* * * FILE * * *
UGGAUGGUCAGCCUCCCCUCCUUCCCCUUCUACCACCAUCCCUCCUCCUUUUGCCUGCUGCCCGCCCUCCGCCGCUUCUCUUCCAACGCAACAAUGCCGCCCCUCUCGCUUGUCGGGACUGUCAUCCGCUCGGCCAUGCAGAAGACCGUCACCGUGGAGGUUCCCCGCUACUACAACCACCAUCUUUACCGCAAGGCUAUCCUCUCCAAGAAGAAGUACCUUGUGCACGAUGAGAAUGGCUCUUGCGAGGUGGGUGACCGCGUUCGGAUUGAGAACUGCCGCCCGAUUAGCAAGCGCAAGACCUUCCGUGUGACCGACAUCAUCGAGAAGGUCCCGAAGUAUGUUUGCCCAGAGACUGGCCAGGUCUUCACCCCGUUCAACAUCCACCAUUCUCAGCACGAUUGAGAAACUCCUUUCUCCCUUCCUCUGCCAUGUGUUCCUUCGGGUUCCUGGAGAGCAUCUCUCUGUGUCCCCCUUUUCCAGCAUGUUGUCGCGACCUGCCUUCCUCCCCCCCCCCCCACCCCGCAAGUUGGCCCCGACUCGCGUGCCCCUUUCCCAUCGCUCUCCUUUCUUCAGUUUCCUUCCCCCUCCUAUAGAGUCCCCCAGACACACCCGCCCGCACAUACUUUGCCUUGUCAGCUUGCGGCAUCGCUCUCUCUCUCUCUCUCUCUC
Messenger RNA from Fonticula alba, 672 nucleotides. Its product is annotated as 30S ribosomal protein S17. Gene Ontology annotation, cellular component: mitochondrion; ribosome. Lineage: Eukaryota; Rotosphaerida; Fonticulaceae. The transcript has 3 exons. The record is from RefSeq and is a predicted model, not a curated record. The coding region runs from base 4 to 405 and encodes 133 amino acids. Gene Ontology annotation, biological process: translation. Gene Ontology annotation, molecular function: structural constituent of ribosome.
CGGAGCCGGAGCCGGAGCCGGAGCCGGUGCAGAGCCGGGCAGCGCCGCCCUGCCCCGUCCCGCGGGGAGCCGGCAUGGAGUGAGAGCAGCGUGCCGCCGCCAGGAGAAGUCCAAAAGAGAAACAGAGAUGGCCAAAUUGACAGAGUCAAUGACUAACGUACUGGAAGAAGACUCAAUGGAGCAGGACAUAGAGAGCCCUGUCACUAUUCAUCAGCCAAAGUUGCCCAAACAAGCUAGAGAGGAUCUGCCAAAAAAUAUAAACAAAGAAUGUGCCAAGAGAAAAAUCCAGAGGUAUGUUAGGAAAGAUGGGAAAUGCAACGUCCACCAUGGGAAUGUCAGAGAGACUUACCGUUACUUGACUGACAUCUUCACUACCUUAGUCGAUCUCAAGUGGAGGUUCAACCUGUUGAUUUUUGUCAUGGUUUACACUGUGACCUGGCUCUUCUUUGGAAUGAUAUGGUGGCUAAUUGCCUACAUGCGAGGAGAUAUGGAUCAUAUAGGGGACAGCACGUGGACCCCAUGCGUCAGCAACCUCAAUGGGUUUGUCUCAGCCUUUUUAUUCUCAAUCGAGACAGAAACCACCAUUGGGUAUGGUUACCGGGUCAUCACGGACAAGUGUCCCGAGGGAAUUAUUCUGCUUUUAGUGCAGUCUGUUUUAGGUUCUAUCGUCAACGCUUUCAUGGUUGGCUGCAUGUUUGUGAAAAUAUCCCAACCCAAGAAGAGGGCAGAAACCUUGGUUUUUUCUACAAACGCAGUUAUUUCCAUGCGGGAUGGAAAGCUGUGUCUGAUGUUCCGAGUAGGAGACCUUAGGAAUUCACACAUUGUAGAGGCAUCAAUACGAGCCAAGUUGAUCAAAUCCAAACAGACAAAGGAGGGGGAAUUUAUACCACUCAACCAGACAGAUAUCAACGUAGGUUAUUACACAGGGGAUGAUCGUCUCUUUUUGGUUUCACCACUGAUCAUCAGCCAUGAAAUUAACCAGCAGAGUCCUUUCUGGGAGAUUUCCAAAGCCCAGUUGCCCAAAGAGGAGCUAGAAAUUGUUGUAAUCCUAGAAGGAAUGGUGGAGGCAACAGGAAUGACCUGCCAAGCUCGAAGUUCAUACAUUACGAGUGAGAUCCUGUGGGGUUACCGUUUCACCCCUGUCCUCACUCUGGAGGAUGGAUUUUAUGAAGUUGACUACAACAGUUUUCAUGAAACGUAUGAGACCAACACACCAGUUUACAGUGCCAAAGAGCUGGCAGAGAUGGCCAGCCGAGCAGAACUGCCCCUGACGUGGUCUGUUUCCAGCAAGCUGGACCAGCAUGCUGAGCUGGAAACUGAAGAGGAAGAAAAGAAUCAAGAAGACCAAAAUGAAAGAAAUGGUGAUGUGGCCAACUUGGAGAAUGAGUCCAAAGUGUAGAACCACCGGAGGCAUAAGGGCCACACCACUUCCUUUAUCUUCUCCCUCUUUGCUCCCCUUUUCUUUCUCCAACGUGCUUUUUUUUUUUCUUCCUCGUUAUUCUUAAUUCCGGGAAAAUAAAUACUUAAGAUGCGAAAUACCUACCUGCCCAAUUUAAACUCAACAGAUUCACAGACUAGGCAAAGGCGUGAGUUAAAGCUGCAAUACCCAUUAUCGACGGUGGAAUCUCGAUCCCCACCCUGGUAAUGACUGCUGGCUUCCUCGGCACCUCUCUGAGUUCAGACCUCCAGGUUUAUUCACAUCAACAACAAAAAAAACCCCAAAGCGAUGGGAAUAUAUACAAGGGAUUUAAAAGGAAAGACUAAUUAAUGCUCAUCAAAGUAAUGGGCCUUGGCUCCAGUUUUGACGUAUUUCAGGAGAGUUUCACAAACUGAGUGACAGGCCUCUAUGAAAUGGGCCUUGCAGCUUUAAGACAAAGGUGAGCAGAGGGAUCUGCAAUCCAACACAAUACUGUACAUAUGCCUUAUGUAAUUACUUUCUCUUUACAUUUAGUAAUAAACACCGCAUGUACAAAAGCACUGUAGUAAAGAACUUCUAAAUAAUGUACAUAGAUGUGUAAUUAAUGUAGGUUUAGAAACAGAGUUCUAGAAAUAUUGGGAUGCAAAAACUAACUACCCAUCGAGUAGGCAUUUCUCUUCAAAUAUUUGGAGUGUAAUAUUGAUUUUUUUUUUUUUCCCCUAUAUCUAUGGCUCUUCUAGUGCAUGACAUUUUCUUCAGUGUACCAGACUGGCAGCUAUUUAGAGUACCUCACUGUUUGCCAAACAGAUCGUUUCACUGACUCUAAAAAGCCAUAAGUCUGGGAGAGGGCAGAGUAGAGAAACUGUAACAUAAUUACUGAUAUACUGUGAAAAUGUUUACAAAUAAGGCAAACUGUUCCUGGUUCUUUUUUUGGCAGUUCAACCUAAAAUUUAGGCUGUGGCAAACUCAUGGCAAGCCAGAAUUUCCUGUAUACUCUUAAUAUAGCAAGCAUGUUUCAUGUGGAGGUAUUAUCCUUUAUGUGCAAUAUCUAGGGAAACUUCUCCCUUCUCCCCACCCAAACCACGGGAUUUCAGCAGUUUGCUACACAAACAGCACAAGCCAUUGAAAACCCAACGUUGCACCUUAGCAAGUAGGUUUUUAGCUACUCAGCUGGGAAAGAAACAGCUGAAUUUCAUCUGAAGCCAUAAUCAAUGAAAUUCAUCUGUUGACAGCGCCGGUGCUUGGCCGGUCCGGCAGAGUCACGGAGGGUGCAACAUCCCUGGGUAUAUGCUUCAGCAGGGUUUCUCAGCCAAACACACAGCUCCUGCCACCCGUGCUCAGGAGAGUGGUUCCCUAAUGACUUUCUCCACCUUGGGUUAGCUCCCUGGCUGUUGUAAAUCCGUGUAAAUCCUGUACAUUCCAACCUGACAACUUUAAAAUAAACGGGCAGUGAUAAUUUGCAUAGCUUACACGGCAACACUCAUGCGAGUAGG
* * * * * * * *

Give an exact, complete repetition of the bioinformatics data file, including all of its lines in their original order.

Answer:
UGGAUGGUCAGCCUCCCCUCCUUCCCCUUCUACCACCAUCCCUCCUCCUUUUGCCUGCUGCCCGCCCUCCGCCGCUUCUCUUCCAACGCAACAAUGCCGCCCCUCUCGCUUGUCGGGACUGUCAUCCGCUCGGCCAUGCAGAAGACCGUCACCGUGGAGGUUCCCCGCUACUACAACCACCAUCUUUACCGCAAGGCUAUCCUCUCCAAGAAGAAGUACCUUGUGCACGAUGAGAAUGGCUCUUGCGAGGUGGGUGACCGCGUUCGGAUUGAGAACUGCCGCCCGAUUAGCAAGCGCAAGACCUUCCGUGUGACCGACAUCAUCGAGAAGGUCCCGAAGUAUGUUUGCCCAGAGACUGGCCAGGUCUUCACCCCGUUCAACAUCCACCAUUCUCAGCACGAUUGAGAAACUCCUUUCUCCCUUCCUCUGCCAUGUGUUCCUUCGGGUUCCUGGAGAGCAUCUCUCUGUGUCCCCCUUUUCCAGCAUGUUGUCGCGACCUGCCUUCCUCCCCCCCCCCCCACCCCGCAAGUUGGCCCCGACUCGCGUGCCCCUUUCCCAUCGCUCUCCUUUCUUCAGUUUCCUUCCCCCUCCUAUAGAGUCCCCCAGACACACCCGCCCGCACAUACUUUGCCUUGUCAGCUUGCGGCAUCGCUCUCUCUCUCUCUCUCUCUC
Messenger RNA from Fonticula alba, 672 nucleotides. Its product is annotated as 30S ribosomal protein S17. Gene Ontology annotation, cellular component: mitochondrion; ribosome. Lineage: Eukaryota; Rotosphaerida; Fonticulaceae. The transcript has 3 exons. The record is from RefSeq and is a predicted model, not a curated record. The coding region runs from base 4 to 405 and encodes 133 amino acids. Gene Ontology annotation, biological process: translation. Gene Ontology annotation, molecular function: structural constituent of ribosome.
CGGAGCCGGAGCCGGAGCCGGAGCCGGUGCAGAGCCGGGCAGCGCCGCCCUGCCCCGUCCCGCGGGGAGCCGGCAUGGAGUGAGAGCAGCGUGCCGCCGCCAGGAGAAGUCCAAAAGAGAAACAGAGAUGGCCAAAUUGACAGAGUCAAUGACUAACGUACUGGAAGAAGACUCAAUGGAGCAGGACAUAGAGAGCCCUGUCACUAUUCAUCAGCCAAAGUUGCCCAAACAAGCUAGAGAGGAUCUGCCAAAAAAUAUAAACAAAGAAUGUGCCAAGAGAAAAAUCCAGAGGUAUGUUAGGAAAGAUGGGAAAUGCAACGUCCACCAUGGGAAUGUCAGAGAGACUUACCGUUACUUGACUGACAUCUUCACUACCUUAGUCGAUCUCAAGUGGAGGUUCAACCUGUUGAUUUUUGUCAUGGUUUACACUGUGACCUGGCUCUUCUUUGGAAUGAUAUGGUGGCUAAUUGCCUACAUGCGAGGAGAUAUGGAUCAUAUAGGGGACAGCACGUGGACCCCAUGCGUCAGCAACCUCAAUGGGUUUGUCUCAGCCUUUUUAUUCUCAAUCGAGACAGAAACCACCAUUGGGUAUGGUUACCGGGUCAUCACGGACAAGUGUCCCGAGGGAAUUAUUCUGCUUUUAGUGCAGUCUGUUUUAGGUUCUAUCGUCAACGCUUUCAUGGUUGGCUGCAUGUUUGUGAAAAUAUCCCAACCCAAGAAGAGGGCAGAAACCUUGGUUUUUUCUACAAACGCAGUUAUUUCCAUGCGGGAUGGAAAGCUGUGUCUGAUGUUCCGAGUAGGAGACCUUAGGAAUUCACACAUUGUAGAGGCAUCAAUACGAGCCAAGUUGAUCAAAUCCAAACAGACAAAGGAGGGGGAAUUUAUACCACUCAACCAGACAGAUAUCAACGUAGGUUAUUACACAGGGGAUGAUCGUCUCUUUUUGGUUUCACCACUGAUCAUCAGCCAUGAAAUUAACCAGCAGAGUCCUUUCUGGGAGAUUUCCAAAGCCCAGUUGCCCAAAGAGGAGCUAGAAAUUGUUGUAAUCCUAGAAGGAAUGGUGGAGGCAACAGGAAUGACCUGCCAAGCUCGAAGUUCAUACAUUACGAGUGAGAUCCUGUGGGGUUACCGUUUCACCCCUGUCCUCACUCUGGAGGAUGGAUUUUAUGAAGUUGACUACAACAGUUUUCAUGAAACGUAUGAGACCAACACACCAGUUUACAGUGCCAAAGAGCUGGCAGAGAUGGCCAGCCGAGCAGAACUGCCCCUGACGUGGUCUGUUUCCAGCAAGCUGGACCAGCAUGCUGAGCUGGAAACUGAAGAGGAAGAAAAGAAUCAAGAAGACCAAAAUGAAAGAAAUGGUGAUGUGGCCAACUUGGAGAAUGAGUCCAAAGUGUAGAACCACCGGAGGCAUAAGGGCCACACCACUUCCUUUAUCUUCUCCCUCUUUGCUCCCCUUUUCUUUCUCCAACGUGCUUUUUUUUUUUCUUCCUCGUUAUUCUUAAUUCCGGGAAAAUAAAUACUUAAGAUGCGAAAUACCUACCUGCCCAAUUUAAACUCAACAGAUUCACAGACUAGGCAAAGGCGUGAGUUAAAGCUGCAAUACCCAUUAUCGACGGUGGAAUCUCGAUCCCCACCCUGGUAAUGACUGCUGGCUUCCUCGGCACCUCUCUGAGUUCAGACCUCCAGGUUUAUUCACAUCAACAACAAAAAAAACCCCAAAGCGAUGGGAAUAUAUACAAGGGAUUUAAAAGGAAAGACUAAUUAAUGCUCAUCAAAGUAAUGGGCCUUGGCUCCAGUUUUGACGUAUUUCAGGAGAGUUUCACAAACUGAGUGACAGGCCUCUAUGAAAUGGGCCUUGCAGCUUUAAGACAAAGGUGAGCAGAGGGAUCUGCAAUCCAACACAAUACUGUACAUAUGCCUUAUGUAAUUACUUUCUCUUUACAUUUAGUAAUAAACACCGCAUGUACAAAAGCACUGUAGUAAAGAACUUCUAAAUAAUGUACAUAGAUGUGUAAUUAAUGUAGGUUUAGAAACAGAGUUCUAGAAAUAUUGGGAUGCAAAAACUAACUACCCAUCGAGUAGGCAUUUCUCUUCAAAUAUUUGGAGUGUAAUAUUGAUUUUUUUUUUUUUCCCCUAUAUCUAUGGCUCUUCUAGUGCAUGACAUUUUCUUCAGUGUACCAGACUGGCAGCUAUUUAGAGUACCUCACUGUUUGCCAAACAGAUCGUUUCACUGACUCUAAAAAGCCAUAAGUCUGGGAGAGGGCAGAGUAGAGAAACUGUAACAUAAUUACUGAUAUACUGUGAAAAUGUUUACAAAUAAGGCAAACUGUUCCUGGUUCUUUUUUUGGCAGUUCAACCUAAAAUUUAGGCUGUGGCAAACUCAUGGCAAGCCAGAAUUUCCUGUAUACUCUUAAUAUAGCAAGCAUGUUUCAUGUGGAGGUAUUAUCCUUUAUGUGCAAUAUCUAGGGAAACUUCUCCCUUCUCCCCACCCAAACCACGGGAUUUCAGCAGUUUGCUACACAAACAGCACAAGCCAUUGAAAACCCAACGUUGCACCUUAGCAAGUAGGUUUUUAGCUACUCAGCUGGGAAAGAAACAGCUGAAUUUCAUCUGAAGCCAUAAUCAAUGAAAUUCAUCUGUUGACAGCGCCGGUGCUUGGCCGGUCCGGCAGAGUCACGGAGGGUGCAACAUCCCUGGGUAUAUGCUUCAGCAGGGUUUCUCAGCCAAACACACAGCUCCUGCCACCCGUGCUCAGGAGAGUGGUUCCCUAAUGACUUUCUCCACCUUGGGUUAGCUCCCUGGCUGUUGUAAAUCCGUGUAAAUCCUGUACAUUCCAACCUGACAACUUUAAAAUAAACGGGCAGUGAUAAUUUGCAUAGCUUACACGGCAACACUCAUGCGAGUAGG